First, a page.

LPIC Level 1 certification are available from the
          links provided below:
          LPI 101: http://www.lpi.org/en/obj_101.html
          LPI 102: http://www.lpi.org/en/obj_102.html
          More information about this event:

contributed Computer Based Training programs for learning
Linux in Urdu. You may access the CDs from
http://www.wbitt.com/urducbts If you need the DVD version of
the CBTs, they are available at Rs.500 per DVD. Kindly
contact Kamran directly at: kamran at wbitt.com

PHILIPPINE Open Source Conference 2006: Sept 26 to 28. EDSA
Shangri-la Manila. The Philippine Open Source Conference 2006
this year is merged with the first Philippine Voice and
Telephony Technology Conference. The event is targeted to
companies and enterprises currently using or are considering
using open source voice and telephony technologies.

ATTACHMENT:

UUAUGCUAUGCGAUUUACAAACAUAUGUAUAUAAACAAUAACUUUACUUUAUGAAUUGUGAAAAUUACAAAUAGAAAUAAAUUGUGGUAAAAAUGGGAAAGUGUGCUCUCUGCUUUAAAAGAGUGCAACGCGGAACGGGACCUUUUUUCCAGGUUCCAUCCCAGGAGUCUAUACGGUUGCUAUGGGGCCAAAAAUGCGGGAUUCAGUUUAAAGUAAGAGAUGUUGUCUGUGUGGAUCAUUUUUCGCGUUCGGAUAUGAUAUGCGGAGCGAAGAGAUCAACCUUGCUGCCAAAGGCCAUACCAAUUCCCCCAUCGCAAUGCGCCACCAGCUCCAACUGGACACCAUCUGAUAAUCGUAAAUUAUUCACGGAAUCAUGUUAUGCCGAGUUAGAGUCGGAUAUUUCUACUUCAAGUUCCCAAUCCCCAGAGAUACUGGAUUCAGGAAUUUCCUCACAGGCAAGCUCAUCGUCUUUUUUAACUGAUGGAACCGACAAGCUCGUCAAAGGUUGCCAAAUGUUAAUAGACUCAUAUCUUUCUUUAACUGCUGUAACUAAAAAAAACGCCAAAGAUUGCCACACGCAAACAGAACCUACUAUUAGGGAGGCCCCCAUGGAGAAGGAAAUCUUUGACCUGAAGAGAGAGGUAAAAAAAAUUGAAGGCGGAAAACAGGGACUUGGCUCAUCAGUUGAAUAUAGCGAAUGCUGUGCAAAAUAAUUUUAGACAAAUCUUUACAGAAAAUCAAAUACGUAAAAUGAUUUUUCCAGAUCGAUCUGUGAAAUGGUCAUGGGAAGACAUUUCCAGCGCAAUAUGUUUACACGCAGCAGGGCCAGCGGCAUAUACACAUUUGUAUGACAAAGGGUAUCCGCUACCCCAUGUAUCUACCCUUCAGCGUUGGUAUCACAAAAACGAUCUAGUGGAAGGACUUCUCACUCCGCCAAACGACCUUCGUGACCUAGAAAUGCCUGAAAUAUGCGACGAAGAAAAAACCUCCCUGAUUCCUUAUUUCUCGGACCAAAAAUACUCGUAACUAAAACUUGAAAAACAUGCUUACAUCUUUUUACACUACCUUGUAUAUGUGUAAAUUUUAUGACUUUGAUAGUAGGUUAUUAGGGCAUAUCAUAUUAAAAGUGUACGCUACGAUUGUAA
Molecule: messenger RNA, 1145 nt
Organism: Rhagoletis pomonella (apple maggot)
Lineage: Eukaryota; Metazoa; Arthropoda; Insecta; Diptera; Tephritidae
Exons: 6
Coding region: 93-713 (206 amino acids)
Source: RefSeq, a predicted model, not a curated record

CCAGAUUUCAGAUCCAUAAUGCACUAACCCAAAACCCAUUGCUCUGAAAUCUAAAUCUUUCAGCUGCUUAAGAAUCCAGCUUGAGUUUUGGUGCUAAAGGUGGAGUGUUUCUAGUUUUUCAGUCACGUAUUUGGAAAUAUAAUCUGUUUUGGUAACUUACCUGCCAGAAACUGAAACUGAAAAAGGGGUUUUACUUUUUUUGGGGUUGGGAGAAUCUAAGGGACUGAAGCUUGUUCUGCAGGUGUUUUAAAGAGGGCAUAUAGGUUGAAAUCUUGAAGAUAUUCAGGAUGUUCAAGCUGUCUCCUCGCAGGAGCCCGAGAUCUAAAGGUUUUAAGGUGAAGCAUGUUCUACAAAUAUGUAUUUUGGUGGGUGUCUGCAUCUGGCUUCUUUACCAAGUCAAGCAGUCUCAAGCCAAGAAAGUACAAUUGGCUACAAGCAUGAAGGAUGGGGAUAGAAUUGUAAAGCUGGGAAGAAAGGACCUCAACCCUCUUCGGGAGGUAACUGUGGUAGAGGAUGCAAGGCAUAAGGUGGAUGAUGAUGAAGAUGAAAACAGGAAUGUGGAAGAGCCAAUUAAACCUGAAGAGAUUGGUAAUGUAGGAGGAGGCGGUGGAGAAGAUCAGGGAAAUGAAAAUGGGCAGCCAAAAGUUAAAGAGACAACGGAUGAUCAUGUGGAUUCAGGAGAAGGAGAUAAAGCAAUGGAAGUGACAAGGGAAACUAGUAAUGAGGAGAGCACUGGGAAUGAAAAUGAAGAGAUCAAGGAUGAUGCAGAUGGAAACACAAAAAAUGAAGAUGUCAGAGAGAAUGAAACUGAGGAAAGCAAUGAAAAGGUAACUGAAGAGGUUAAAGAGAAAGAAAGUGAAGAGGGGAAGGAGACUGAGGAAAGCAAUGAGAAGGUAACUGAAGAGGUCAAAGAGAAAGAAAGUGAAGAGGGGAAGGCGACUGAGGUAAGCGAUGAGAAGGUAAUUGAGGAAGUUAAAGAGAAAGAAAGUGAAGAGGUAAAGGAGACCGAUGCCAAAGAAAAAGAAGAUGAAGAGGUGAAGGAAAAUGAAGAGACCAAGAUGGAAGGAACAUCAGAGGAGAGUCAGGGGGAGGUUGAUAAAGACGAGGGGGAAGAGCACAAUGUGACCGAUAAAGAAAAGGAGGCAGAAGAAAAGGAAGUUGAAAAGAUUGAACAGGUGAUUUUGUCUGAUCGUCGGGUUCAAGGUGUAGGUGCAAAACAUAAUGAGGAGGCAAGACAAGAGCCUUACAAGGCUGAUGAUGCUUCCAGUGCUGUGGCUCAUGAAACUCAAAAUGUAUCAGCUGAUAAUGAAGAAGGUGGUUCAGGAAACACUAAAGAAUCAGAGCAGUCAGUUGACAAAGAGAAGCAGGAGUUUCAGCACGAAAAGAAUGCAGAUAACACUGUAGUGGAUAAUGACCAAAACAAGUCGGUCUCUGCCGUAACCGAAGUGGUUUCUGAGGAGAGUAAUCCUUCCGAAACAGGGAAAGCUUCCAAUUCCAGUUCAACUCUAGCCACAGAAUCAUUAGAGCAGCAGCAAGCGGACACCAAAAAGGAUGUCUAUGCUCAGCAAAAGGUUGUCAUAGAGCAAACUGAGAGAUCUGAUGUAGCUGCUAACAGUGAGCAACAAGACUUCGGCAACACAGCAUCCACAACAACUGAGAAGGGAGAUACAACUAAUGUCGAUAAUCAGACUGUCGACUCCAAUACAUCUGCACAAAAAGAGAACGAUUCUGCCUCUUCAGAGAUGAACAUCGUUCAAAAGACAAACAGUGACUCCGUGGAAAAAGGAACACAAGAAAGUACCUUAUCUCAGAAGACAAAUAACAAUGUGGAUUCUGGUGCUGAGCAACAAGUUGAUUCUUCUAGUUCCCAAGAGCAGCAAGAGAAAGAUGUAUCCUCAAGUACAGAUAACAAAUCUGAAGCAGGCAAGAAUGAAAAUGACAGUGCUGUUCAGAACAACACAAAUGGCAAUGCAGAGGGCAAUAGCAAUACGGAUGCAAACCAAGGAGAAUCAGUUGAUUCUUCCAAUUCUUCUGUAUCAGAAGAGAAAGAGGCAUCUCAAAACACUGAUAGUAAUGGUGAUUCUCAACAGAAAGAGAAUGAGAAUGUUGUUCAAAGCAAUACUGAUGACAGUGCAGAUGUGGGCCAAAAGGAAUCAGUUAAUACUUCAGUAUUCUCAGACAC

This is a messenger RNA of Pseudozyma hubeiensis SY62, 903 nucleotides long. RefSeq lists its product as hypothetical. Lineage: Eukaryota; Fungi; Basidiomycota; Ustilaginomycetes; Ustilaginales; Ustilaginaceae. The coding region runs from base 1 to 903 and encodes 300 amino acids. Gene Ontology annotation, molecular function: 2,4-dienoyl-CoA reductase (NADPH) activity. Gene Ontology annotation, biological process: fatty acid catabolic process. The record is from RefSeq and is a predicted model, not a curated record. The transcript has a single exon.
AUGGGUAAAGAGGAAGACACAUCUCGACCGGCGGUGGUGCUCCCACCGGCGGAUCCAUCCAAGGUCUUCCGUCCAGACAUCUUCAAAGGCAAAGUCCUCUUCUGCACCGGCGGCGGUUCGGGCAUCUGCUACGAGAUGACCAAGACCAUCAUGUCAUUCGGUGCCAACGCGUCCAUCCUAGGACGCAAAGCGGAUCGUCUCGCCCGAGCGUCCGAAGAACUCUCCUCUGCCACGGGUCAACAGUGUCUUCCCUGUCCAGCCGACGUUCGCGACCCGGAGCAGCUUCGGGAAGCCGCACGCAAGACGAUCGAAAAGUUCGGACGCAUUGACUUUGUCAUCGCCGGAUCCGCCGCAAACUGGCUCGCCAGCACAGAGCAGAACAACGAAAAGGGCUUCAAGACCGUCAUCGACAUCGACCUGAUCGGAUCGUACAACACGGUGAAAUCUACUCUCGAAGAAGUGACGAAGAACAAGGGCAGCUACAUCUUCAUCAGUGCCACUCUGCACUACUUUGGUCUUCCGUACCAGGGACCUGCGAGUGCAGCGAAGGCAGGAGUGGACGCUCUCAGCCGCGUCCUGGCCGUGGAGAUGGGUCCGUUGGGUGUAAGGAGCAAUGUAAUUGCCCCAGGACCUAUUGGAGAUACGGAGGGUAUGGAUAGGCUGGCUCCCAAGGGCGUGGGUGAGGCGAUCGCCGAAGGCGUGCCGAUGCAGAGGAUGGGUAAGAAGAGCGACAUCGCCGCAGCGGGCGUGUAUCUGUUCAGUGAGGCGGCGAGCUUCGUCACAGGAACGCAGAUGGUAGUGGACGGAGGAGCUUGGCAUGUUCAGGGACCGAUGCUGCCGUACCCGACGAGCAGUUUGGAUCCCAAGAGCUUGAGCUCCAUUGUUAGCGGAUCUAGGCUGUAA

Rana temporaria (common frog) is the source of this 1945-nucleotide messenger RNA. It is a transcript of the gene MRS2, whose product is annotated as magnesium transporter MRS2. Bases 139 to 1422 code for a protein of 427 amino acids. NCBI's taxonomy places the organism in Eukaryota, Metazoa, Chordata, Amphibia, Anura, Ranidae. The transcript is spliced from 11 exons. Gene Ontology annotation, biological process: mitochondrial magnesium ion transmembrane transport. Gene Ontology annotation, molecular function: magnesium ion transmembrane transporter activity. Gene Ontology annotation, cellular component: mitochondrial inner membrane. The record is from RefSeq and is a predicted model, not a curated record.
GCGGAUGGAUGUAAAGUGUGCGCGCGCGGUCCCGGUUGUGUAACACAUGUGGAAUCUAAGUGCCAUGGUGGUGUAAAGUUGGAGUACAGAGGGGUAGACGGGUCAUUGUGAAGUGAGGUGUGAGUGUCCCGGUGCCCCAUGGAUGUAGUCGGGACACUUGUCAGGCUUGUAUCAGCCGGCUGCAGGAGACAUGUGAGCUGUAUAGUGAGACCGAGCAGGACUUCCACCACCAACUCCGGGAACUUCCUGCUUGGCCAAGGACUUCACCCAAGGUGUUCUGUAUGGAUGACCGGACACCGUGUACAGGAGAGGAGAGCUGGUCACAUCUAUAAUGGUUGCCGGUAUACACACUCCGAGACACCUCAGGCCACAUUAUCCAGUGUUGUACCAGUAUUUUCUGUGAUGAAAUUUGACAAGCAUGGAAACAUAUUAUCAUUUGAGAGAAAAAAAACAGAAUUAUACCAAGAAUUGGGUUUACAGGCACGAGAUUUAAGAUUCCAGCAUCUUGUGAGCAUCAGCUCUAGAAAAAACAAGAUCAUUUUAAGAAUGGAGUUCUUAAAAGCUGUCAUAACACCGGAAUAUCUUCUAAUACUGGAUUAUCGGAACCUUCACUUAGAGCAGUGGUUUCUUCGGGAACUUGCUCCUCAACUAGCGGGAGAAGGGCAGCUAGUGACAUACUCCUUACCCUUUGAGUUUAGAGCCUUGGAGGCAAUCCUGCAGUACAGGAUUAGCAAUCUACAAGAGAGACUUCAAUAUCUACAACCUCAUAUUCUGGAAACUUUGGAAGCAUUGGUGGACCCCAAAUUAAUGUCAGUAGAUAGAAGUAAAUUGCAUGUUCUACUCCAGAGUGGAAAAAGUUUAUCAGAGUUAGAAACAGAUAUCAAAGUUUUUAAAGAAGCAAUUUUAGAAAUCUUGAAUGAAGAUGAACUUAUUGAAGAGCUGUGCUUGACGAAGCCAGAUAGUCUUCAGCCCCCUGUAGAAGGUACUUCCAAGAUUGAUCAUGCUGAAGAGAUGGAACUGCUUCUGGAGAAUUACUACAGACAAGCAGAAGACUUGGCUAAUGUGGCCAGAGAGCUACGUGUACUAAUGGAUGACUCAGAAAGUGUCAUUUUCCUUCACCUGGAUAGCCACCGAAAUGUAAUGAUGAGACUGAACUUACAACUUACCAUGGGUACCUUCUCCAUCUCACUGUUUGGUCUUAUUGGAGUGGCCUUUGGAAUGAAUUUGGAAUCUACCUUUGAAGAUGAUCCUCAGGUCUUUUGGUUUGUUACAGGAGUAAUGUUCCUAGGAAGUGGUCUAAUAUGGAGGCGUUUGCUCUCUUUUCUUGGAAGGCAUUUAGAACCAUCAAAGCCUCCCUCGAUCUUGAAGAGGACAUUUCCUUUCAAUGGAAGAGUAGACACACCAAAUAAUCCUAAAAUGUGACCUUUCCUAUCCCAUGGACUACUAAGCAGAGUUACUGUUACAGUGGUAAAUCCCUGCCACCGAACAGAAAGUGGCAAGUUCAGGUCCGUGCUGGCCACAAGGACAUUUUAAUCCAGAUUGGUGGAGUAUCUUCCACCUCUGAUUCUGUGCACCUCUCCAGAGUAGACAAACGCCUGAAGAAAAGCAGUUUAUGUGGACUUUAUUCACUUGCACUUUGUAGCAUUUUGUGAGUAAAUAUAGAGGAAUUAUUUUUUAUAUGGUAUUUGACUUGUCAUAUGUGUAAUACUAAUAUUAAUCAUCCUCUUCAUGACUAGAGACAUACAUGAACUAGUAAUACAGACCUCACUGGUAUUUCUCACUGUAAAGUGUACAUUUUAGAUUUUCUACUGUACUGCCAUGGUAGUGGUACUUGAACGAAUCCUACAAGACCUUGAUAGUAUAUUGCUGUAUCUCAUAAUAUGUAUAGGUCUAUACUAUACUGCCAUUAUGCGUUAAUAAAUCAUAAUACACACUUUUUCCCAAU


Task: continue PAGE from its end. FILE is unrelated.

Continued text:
Organisers say: "This is an excellent venue for discovering,
experiencing, and learning about open source technology,
systems, and services, and especially as they relate to VOIP
and telephony." http://www.philosc.com/about_the_conference.html

Uzbekistan is becoming acquainted with FOSS experience of
Asia-Pacific countries

Call for Asia to adopt ODF

IOSN Releases Publication on Open Standards

Malaysia OKs move toward OpenDocument Format

SPOTLIGHT: Dzongkha Linux launch event, in Thimphu, Bhutan


[By Christian Perrier] From June 1st to June 5th, I have been
invited to attend the Dzongkha Linux launch event, in
Thimphu, Bhutan. For those not aware of this, Bhutan is a
700,000 inhabitants country located between India and China,
in the eastern part of the Himalaya range. The size of the
country is somewhat similar to that of Switzerland.